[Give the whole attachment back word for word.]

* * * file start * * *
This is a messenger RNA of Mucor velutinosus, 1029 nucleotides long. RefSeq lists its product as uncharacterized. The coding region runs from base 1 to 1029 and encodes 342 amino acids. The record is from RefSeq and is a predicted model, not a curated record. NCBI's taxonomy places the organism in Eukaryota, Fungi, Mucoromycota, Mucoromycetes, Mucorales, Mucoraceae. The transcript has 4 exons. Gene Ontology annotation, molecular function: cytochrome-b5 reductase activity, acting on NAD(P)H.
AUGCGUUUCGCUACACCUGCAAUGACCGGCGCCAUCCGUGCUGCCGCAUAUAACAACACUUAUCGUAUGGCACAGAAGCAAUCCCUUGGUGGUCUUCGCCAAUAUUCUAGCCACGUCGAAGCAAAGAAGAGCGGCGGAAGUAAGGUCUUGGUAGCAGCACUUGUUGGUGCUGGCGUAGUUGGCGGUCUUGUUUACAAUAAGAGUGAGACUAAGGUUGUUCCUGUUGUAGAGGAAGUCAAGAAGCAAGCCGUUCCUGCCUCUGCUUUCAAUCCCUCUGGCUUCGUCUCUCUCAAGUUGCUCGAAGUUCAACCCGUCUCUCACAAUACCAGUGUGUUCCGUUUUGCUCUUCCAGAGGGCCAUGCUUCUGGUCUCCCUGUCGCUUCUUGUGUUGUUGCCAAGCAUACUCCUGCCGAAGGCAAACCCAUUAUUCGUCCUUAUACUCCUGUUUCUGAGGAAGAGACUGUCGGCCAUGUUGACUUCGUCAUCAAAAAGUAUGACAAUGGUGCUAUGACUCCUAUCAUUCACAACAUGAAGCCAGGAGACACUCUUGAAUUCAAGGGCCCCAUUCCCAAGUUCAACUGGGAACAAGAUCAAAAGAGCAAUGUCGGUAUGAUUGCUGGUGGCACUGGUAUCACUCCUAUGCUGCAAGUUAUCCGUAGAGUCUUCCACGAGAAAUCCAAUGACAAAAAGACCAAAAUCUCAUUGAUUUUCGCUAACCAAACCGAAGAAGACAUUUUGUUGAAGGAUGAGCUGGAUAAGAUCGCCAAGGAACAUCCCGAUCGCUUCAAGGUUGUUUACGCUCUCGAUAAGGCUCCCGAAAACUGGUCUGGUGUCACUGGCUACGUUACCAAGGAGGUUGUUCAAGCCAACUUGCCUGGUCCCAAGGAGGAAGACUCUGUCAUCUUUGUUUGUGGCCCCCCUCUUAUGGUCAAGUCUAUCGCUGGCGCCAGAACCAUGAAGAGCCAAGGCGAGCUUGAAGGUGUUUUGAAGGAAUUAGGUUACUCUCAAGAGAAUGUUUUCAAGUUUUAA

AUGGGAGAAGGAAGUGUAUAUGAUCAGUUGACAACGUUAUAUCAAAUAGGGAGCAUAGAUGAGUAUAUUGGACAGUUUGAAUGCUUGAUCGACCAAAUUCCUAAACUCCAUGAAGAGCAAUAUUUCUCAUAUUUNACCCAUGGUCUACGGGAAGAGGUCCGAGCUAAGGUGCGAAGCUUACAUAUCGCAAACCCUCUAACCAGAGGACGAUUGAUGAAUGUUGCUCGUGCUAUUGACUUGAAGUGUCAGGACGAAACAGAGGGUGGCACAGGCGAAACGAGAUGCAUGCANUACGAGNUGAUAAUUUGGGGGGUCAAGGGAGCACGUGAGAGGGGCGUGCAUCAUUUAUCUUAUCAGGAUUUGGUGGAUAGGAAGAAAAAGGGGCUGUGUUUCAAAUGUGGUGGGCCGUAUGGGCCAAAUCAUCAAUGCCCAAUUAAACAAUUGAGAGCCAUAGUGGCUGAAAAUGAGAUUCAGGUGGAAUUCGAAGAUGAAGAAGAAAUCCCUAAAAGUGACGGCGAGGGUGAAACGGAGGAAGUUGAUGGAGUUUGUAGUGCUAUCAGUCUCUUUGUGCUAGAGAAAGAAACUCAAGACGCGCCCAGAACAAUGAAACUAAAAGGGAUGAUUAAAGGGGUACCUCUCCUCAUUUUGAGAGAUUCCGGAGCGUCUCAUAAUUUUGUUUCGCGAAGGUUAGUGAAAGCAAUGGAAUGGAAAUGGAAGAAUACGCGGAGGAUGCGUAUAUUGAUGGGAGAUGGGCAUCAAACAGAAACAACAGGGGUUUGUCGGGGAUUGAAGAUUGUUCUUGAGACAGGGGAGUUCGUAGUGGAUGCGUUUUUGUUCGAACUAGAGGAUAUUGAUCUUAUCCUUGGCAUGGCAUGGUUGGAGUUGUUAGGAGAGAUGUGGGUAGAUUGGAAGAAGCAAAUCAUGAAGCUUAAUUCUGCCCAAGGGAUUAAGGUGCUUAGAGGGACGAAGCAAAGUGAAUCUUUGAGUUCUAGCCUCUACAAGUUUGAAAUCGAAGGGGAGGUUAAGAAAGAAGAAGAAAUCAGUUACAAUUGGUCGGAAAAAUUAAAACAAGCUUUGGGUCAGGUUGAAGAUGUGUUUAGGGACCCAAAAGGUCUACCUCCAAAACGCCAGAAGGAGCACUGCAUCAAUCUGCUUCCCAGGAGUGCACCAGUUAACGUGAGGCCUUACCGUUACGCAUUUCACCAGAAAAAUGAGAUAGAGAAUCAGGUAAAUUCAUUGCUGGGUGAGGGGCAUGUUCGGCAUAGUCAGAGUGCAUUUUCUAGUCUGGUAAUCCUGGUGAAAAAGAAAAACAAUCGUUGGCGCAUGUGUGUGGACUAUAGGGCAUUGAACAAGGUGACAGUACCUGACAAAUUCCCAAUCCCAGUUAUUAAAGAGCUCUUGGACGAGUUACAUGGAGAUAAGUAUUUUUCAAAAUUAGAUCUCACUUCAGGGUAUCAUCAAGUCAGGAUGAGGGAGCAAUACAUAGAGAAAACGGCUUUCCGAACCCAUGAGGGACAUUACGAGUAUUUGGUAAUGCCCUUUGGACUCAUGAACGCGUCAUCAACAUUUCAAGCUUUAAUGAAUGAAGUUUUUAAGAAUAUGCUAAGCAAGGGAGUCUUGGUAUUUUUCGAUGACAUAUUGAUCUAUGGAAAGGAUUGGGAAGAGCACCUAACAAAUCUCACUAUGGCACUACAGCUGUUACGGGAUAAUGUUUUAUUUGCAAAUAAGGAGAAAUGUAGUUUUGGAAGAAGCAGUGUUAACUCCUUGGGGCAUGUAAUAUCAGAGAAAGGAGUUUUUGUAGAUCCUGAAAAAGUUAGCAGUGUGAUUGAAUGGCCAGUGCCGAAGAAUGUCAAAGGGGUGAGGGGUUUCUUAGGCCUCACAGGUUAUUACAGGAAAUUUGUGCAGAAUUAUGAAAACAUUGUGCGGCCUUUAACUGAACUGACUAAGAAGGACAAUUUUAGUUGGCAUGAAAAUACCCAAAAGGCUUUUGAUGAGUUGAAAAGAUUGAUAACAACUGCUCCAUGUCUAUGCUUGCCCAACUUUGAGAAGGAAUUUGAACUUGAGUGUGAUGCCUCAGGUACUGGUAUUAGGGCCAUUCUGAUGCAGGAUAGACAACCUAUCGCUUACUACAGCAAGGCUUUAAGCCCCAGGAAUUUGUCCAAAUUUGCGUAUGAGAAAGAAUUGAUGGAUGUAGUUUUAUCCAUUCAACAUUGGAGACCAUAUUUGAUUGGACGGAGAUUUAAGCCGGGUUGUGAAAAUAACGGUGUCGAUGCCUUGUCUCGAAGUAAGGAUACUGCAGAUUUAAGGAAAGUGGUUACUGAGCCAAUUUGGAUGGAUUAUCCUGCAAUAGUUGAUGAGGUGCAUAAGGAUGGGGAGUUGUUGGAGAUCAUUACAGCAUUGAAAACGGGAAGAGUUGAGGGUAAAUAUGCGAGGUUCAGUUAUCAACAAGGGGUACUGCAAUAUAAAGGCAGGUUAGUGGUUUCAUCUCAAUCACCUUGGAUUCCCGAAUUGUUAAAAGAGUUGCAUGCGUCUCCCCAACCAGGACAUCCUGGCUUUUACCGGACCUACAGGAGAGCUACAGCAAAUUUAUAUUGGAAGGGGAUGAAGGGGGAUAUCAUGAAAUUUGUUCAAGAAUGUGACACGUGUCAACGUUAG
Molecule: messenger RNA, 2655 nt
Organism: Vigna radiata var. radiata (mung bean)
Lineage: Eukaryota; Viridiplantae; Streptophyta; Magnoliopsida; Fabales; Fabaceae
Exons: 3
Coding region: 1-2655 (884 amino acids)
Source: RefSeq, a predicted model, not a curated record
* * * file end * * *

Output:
This is a messenger RNA of Mucor velutinosus, 1029 nucleotides long. RefSeq lists its product as uncharacterized. The coding region runs from base 1 to 1029 and encodes 342 amino acids. The record is from RefSeq and is a predicted model, not a curated record. NCBI's taxonomy places the organism in Eukaryota, Fungi, Mucoromycota, Mucoromycetes, Mucorales, Mucoraceae. The transcript has 4 exons. Gene Ontology annotation, molecular function: cytochrome-b5 reductase activity, acting on NAD(P)H.
AUGCGUUUCGCUACACCUGCAAUGACCGGCGCCAUCCGUGCUGCCGCAUAUAACAACACUUAUCGUAUGGCACAGAAGCAAUCCCUUGGUGGUCUUCGCCAAUAUUCUAGCCACGUCGAAGCAAAGAAGAGCGGCGGAAGUAAGGUCUUGGUAGCAGCACUUGUUGGUGCUGGCGUAGUUGGCGGUCUUGUUUACAAUAAGAGUGAGACUAAGGUUGUUCCUGUUGUAGAGGAAGUCAAGAAGCAAGCCGUUCCUGCCUCUGCUUUCAAUCCCUCUGGCUUCGUCUCUCUCAAGUUGCUCGAAGUUCAACCCGUCUCUCACAAUACCAGUGUGUUCCGUUUUGCUCUUCCAGAGGGCCAUGCUUCUGGUCUCCCUGUCGCUUCUUGUGUUGUUGCCAAGCAUACUCCUGCCGAAGGCAAACCCAUUAUUCGUCCUUAUACUCCUGUUUCUGAGGAAGAGACUGUCGGCCAUGUUGACUUCGUCAUCAAAAAGUAUGACAAUGGUGCUAUGACUCCUAUCAUUCACAACAUGAAGCCAGGAGACACUCUUGAAUUCAAGGGCCCCAUUCCCAAGUUCAACUGGGAACAAGAUCAAAAGAGCAAUGUCGGUAUGAUUGCUGGUGGCACUGGUAUCACUCCUAUGCUGCAAGUUAUCCGUAGAGUCUUCCACGAGAAAUCCAAUGACAAAAAGACCAAAAUCUCAUUGAUUUUCGCUAACCAAACCGAAGAAGACAUUUUGUUGAAGGAUGAGCUGGAUAAGAUCGCCAAGGAACAUCCCGAUCGCUUCAAGGUUGUUUACGCUCUCGAUAAGGCUCCCGAAAACUGGUCUGGUGUCACUGGCUACGUUACCAAGGAGGUUGUUCAAGCCAACUUGCCUGGUCCCAAGGAGGAAGACUCUGUCAUCUUUGUUUGUGGCCCCCCUCUUAUGGUCAAGUCUAUCGCUGGCGCCAGAACCAUGAAGAGCCAAGGCGAGCUUGAAGGUGUUUUGAAGGAAUUAGGUUACUCUCAAGAGAAUGUUUUCAAGUUUUAA

AUGGGAGAAGGAAGUGUAUAUGAUCAGUUGACAACGUUAUAUCAAAUAGGGAGCAUAGAUGAGUAUAUUGGACAGUUUGAAUGCUUGAUCGACCAAAUUCCUAAACUCCAUGAAGAGCAAUAUUUCUCAUAUUUNACCCAUGGUCUACGGGAAGAGGUCCGAGCUAAGGUGCGAAGCUUACAUAUCGCAAACCCUCUAACCAGAGGACGAUUGAUGAAUGUUGCUCGUGCUAUUGACUUGAAGUGUCAGGACGAAACAGAGGGUGGCACAGGCGAAACGAGAUGCAUGCANUACGAGNUGAUAAUUUGGGGGGUCAAGGGAGCACGUGAGAGGGGCGUGCAUCAUUUAUCUUAUCAGGAUUUGGUGGAUAGGAAGAAAAAGGGGCUGUGUUUCAAAUGUGGUGGGCCGUAUGGGCCAAAUCAUCAAUGCCCAAUUAAACAAUUGAGAGCCAUAGUGGCUGAAAAUGAGAUUCAGGUGGAAUUCGAAGAUGAAGAAGAAAUCCCUAAAAGUGACGGCGAGGGUGAAACGGAGGAAGUUGAUGGAGUUUGUAGUGCUAUCAGUCUCUUUGUGCUAGAGAAAGAAACUCAAGACGCGCCCAGAACAAUGAAACUAAAAGGGAUGAUUAAAGGGGUACCUCUCCUCAUUUUGAGAGAUUCCGGAGCGUCUCAUAAUUUUGUUUCGCGAAGGUUAGUGAAAGCAAUGGAAUGGAAAUGGAAGAAUACGCGGAGGAUGCGUAUAUUGAUGGGAGAUGGGCAUCAAACAGAAACAACAGGGGUUUGUCGGGGAUUGAAGAUUGUUCUUGAGACAGGGGAGUUCGUAGUGGAUGCGUUUUUGUUCGAACUAGAGGAUAUUGAUCUUAUCCUUGGCAUGGCAUGGUUGGAGUUGUUAGGAGAGAUGUGGGUAGAUUGGAAGAAGCAAAUCAUGAAGCUUAAUUCUGCCCAAGGGAUUAAGGUGCUUAGAGGGACGAAGCAAAGUGAAUCUUUGAGUUCUAGCCUCUACAAGUUUGAAAUCGAAGGGGAGGUUAAGAAAGAAGAAGAAAUCAGUUACAAUUGGUCGGAAAAAUUAAAACAAGCUUUGGGUCAGGUUGAAGAUGUGUUUAGGGACCCAAAAGGUCUACCUCCAAAACGCCAGAAGGAGCACUGCAUCAAUCUGCUUCCCAGGAGUGCACCAGUUAACGUGAGGCCUUACCGUUACGCAUUUCACCAGAAAAAUGAGAUAGAGAAUCAGGUAAAUUCAUUGCUGGGUGAGGGGCAUGUUCGGCAUAGUCAGAGUGCAUUUUCUAGUCUGGUAAUCCUGGUGAAAAAGAAAAACAAUCGUUGGCGCAUGUGUGUGGACUAUAGGGCAUUGAACAAGGUGACAGUACCUGACAAAUUCCCAAUCCCAGUUAUUAAAGAGCUCUUGGACGAGUUACAUGGAGAUAAGUAUUUUUCAAAAUUAGAUCUCACUUCAGGGUAUCAUCAAGUCAGGAUGAGGGAGCAAUACAUAGAGAAAACGGCUUUCCGAACCCAUGAGGGACAUUACGAGUAUUUGGUAAUGCCCUUUGGACUCAUGAACGCGUCAUCAACAUUUCAAGCUUUAAUGAAUGAAGUUUUUAAGAAUAUGCUAAGCAAGGGAGUCUUGGUAUUUUUCGAUGACAUAUUGAUCUAUGGAAAGGAUUGGGAAGAGCACCUAACAAAUCUCACUAUGGCACUACAGCUGUUACGGGAUAAUGUUUUAUUUGCAAAUAAGGAGAAAUGUAGUUUUGGAAGAAGCAGUGUUAACUCCUUGGGGCAUGUAAUAUCAGAGAAAGGAGUUUUUGUAGAUCCUGAAAAAGUUAGCAGUGUGAUUGAAUGGCCAGUGCCGAAGAAUGUCAAAGGGGUGAGGGGUUUCUUAGGCCUCACAGGUUAUUACAGGAAAUUUGUGCAGAAUUAUGAAAACAUUGUGCGGCCUUUAACUGAACUGACUAAGAAGGACAAUUUUAGUUGGCAUGAAAAUACCCAAAAGGCUUUUGAUGAGUUGAAAAGAUUGAUAACAACUGCUCCAUGUCUAUGCUUGCCCAACUUUGAGAAGGAAUUUGAACUUGAGUGUGAUGCCUCAGGUACUGGUAUUAGGGCCAUUCUGAUGCAGGAUAGACAACCUAUCGCUUACUACAGCAAGGCUUUAAGCCCCAGGAAUUUGUCCAAAUUUGCGUAUGAGAAAGAAUUGAUGGAUGUAGUUUUAUCCAUUCAACAUUGGAGACCAUAUUUGAUUGGACGGAGAUUUAAGCCGGGUUGUGAAAAUAACGGUGUCGAUGCCUUGUCUCGAAGUAAGGAUACUGCAGAUUUAAGGAAAGUGGUUACUGAGCCAAUUUGGAUGGAUUAUCCUGCAAUAGUUGAUGAGGUGCAUAAGGAUGGGGAGUUGUUGGAGAUCAUUACAGCAUUGAAAACGGGAAGAGUUGAGGGUAAAUAUGCGAGGUUCAGUUAUCAACAAGGGGUACUGCAAUAUAAAGGCAGGUUAGUGGUUUCAUCUCAAUCACCUUGGAUUCCCGAAUUGUUAAAAGAGUUGCAUGCGUCUCCCCAACCAGGACAUCCUGGCUUUUACCGGACCUACAGGAGAGCUACAGCAAAUUUAUAUUGGAAGGGGAUGAAGGGGGAUAUCAUGAAAUUUGUUCAAGAAUGUGACACGUGUCAACGUUAG
Molecule: messenger RNA, 2655 nt
Organism: Vigna radiata var. radiata (mung bean)
Lineage: Eukaryota; Viridiplantae; Streptophyta; Magnoliopsida; Fabales; Fabaceae
Exons: 3
Coding region: 1-2655 (884 amino acids)
Source: RefSeq, a predicted model, not a curated record